Inside USD

Year-long Katsinam Exhibit Begins at USD

Friday, May 29, 2009

katsina-iOriginally Hopi Indian Katsinam (Kachinas) were carved only for Hopi ceremonial purposes and only by Hopi carvers. But today images of the supernatural spirits are found everywhere  from T-shirts to opera sets.

That tension is explored in a new year-long exhibit “Katsina: Commodified and Appropriated Images of Hopi Supernaturals”  at the University of San Diego’s David W. May American Indian Collection and Gallery. Some 30 of the colorful carved figures representing Hopi spirits are included in the exhibit along with posters, novelties, quilts and other items showing their use in popular culture.

Throughout the United States and the world, “portrayals of Hopi spirits abound,” wrote curator Zena Pearlstone in the catalog for the exhibit that first appeared at UCLA.  ”A Hopi artist designs Katsina-like sets and costumes for a production of of Mozart’s ‘Magic Flute’ … a non-Indian from Texas designs a Katsina-patterned silk scarf for Hermes of Paris, Inc. … and Hopi leaders are asked by the U.S. Customs Service to inspect crates for the Philippines marked ‘Hopi Kachina Doll.’”

“Chronicled here is the story — or more accurately, part of the story — of how the supernaturals or Katsinam spirits of the Hopi, a small pueblo nation living in a remote area of Arizona, have become international symbols.”

A review in the Los Angeles Times in 2003 called the exhibit was “exemplary in its sensitvity to meaning’s promiscuity and the  gray areas between authenticity and fraudulence. Its poignancy resides in how effectively it catches viewers in the cross-fire between a venerable tradition and voracious consumerism.”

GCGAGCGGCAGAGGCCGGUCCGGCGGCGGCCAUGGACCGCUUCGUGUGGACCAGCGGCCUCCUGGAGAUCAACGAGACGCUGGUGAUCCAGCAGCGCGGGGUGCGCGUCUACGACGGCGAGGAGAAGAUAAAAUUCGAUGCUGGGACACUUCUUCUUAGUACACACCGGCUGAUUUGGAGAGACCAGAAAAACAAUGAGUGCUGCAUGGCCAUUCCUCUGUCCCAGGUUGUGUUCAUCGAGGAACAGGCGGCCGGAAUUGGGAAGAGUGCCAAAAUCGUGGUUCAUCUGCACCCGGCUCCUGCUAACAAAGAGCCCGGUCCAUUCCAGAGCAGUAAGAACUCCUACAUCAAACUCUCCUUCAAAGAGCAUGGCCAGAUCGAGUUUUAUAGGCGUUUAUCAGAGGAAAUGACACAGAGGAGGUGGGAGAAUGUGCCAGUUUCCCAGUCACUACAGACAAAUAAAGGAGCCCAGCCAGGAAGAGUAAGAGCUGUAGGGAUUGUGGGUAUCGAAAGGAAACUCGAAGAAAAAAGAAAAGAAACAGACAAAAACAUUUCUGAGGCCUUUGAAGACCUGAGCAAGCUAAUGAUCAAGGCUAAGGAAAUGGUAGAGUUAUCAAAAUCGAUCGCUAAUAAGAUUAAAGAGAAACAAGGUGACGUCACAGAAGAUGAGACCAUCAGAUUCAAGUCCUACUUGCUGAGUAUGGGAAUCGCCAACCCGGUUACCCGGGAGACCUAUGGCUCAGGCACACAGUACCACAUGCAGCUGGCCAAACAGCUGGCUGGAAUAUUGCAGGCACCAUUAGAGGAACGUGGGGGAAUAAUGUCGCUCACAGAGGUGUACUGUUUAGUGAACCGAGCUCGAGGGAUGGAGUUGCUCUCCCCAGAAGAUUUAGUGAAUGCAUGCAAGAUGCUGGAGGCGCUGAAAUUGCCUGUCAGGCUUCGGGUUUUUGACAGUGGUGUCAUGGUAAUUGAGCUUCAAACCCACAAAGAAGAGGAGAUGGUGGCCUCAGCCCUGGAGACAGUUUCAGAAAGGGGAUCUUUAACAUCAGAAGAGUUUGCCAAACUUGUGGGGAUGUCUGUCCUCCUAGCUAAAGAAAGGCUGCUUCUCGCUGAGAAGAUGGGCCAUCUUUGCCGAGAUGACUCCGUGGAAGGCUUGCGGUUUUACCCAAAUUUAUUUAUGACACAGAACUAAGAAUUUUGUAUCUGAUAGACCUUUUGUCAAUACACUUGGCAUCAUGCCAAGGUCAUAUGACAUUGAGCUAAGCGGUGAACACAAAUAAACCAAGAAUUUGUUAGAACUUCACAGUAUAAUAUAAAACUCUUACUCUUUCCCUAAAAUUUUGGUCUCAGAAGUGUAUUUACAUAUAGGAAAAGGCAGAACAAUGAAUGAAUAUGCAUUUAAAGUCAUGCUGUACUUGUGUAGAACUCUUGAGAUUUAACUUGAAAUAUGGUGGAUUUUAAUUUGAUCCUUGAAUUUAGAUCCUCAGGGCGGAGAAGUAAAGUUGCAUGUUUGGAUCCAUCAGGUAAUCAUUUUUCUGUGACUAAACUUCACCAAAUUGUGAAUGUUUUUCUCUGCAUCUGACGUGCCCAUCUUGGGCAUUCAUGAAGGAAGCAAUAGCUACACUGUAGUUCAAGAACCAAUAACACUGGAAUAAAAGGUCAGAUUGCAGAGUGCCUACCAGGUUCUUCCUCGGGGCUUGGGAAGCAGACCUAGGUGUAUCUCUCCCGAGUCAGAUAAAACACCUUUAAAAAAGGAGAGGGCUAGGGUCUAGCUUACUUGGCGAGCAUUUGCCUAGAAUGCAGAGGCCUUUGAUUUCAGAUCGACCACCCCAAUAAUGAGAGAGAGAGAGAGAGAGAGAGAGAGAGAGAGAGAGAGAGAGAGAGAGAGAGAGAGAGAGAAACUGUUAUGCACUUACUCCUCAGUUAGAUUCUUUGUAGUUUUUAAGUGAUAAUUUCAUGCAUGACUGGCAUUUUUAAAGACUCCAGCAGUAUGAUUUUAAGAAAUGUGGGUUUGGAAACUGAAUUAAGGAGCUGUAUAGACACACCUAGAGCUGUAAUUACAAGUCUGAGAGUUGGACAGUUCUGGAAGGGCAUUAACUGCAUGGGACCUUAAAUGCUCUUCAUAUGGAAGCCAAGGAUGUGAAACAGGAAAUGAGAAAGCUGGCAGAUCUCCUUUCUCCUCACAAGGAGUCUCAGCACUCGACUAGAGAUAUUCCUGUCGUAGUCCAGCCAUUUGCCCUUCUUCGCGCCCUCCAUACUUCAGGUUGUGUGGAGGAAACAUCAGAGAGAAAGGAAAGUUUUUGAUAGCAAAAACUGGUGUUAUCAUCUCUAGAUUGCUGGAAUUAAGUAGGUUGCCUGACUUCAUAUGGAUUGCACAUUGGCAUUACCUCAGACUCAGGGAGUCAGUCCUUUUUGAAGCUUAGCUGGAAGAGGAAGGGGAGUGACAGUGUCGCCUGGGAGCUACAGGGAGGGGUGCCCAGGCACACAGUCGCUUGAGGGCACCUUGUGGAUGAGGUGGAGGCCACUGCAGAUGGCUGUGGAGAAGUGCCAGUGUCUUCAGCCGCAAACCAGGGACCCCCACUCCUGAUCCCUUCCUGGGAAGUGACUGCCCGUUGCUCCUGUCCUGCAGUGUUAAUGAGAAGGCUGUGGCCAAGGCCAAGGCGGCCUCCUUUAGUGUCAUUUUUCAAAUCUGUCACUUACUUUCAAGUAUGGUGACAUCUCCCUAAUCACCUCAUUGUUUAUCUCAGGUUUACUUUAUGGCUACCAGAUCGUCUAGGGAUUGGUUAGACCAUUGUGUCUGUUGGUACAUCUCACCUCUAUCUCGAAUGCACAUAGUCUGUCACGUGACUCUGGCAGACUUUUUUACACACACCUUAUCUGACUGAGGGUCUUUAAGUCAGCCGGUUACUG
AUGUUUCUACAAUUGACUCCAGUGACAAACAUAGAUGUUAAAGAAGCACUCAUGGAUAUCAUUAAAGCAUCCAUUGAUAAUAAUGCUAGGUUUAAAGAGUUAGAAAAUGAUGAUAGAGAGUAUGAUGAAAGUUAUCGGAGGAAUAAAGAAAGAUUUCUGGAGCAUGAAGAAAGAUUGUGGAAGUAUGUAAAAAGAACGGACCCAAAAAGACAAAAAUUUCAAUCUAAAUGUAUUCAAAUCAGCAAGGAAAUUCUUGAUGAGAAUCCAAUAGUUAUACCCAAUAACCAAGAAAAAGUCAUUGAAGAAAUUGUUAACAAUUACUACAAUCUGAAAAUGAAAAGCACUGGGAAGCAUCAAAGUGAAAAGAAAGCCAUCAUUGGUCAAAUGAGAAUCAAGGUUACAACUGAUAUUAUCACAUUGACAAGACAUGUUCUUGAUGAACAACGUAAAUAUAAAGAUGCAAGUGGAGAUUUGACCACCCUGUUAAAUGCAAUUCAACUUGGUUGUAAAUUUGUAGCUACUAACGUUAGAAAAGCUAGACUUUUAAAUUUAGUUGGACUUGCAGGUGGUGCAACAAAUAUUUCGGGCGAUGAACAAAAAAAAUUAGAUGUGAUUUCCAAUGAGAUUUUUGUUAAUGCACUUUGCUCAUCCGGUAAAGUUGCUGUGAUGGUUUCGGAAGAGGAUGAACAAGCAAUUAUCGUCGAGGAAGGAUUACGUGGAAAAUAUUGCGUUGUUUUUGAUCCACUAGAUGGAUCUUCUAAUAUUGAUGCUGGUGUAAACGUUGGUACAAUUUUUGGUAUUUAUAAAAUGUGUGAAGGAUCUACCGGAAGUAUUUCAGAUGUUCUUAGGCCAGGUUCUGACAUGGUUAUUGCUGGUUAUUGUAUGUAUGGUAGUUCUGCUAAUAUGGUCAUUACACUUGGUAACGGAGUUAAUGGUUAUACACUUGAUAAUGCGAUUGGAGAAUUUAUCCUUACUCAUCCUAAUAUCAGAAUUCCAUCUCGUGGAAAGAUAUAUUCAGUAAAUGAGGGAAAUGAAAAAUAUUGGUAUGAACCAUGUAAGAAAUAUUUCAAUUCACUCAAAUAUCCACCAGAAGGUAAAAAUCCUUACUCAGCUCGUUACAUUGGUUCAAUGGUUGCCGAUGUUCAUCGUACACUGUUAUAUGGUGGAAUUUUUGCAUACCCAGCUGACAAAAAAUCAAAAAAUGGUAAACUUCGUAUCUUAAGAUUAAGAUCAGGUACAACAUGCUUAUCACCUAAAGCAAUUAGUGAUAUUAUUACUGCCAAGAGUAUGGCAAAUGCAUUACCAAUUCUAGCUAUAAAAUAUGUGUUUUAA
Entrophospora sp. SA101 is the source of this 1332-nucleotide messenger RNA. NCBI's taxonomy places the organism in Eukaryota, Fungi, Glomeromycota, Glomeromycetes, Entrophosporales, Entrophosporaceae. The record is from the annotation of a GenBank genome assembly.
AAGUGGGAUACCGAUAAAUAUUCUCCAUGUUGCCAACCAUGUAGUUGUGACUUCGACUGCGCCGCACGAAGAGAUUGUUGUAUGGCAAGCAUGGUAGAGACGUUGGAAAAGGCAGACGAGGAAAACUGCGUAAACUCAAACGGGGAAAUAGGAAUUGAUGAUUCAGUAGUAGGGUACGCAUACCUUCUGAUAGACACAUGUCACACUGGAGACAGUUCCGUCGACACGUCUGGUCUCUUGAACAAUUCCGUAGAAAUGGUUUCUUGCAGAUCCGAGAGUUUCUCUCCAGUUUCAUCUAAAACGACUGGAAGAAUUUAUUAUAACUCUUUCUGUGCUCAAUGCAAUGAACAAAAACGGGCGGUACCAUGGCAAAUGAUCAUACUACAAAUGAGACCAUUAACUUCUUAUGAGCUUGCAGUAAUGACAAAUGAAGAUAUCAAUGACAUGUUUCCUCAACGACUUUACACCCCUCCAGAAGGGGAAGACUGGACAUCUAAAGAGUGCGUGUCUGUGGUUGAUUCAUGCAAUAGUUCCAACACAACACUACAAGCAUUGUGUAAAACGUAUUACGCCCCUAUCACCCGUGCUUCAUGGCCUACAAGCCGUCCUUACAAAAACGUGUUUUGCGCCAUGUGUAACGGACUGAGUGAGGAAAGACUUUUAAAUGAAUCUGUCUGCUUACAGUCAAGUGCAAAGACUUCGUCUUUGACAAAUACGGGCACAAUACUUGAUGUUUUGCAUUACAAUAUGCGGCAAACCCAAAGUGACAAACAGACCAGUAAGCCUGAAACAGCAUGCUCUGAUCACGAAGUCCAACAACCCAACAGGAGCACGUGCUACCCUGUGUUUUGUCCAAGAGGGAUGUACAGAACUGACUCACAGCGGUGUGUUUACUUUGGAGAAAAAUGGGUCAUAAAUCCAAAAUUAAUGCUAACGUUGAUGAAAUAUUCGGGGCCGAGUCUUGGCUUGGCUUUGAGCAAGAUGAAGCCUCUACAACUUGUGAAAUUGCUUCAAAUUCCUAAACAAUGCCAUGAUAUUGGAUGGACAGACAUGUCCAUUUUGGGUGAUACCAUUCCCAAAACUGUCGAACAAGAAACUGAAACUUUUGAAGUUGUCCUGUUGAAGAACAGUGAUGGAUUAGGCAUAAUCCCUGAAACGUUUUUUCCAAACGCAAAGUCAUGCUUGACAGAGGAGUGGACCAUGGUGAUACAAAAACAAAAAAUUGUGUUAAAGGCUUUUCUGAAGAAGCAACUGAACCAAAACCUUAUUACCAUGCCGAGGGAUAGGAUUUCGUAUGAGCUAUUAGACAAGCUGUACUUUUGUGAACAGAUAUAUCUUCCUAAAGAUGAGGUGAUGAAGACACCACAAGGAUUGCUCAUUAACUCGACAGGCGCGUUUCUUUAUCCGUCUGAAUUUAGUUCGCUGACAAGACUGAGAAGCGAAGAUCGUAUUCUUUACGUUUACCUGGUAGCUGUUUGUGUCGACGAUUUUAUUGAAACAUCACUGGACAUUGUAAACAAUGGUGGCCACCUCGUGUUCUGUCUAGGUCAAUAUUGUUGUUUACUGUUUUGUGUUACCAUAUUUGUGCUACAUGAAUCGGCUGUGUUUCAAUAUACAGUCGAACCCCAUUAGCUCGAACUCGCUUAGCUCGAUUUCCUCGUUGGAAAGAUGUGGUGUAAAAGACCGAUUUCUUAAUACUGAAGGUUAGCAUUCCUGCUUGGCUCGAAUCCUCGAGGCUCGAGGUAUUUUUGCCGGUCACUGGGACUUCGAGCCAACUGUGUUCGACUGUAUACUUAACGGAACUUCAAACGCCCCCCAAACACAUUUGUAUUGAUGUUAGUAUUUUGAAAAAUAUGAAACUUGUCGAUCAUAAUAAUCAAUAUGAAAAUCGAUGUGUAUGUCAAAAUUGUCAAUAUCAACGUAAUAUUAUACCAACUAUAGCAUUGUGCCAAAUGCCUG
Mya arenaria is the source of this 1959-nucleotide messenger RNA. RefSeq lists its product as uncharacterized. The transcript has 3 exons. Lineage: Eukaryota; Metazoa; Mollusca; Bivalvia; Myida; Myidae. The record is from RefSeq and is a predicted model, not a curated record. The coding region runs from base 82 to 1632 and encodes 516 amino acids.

In addition to the carvings from the UCLA exhibit, the USD exhibit also contains figures from its own May gallery and those from a private collection.

The David W. May American Indian Collection and Gallery includes more than 1,660 artifacts from the Southwest, bequeathed to the university in 1994 by the family of David May, who attended USD before his tragic death at age 22.

Regular hours for the free exhibit are are 1 to 3 p.m. on Tuesdays, Thursdays and Fridays, or by appointment. The exhibit is closed on university holidays. The May Gallery is located in Room 214A in Serra Hall.

— Liz Harman

For more information about the exhibit go to www.sandiego.edu/anthropology. Information in the exhibit was originally published in Katsina: Commodified and Appropriated Images of Hopi Supernaturals, by Zena Pearlstone, UCLA Fowler Muesum of Cultural History, Los Angeles, 2001. The exhibition, which accompanied the catalog, was displayed at the Fowler Museum from August 4, 2002 to March 23, 2003.

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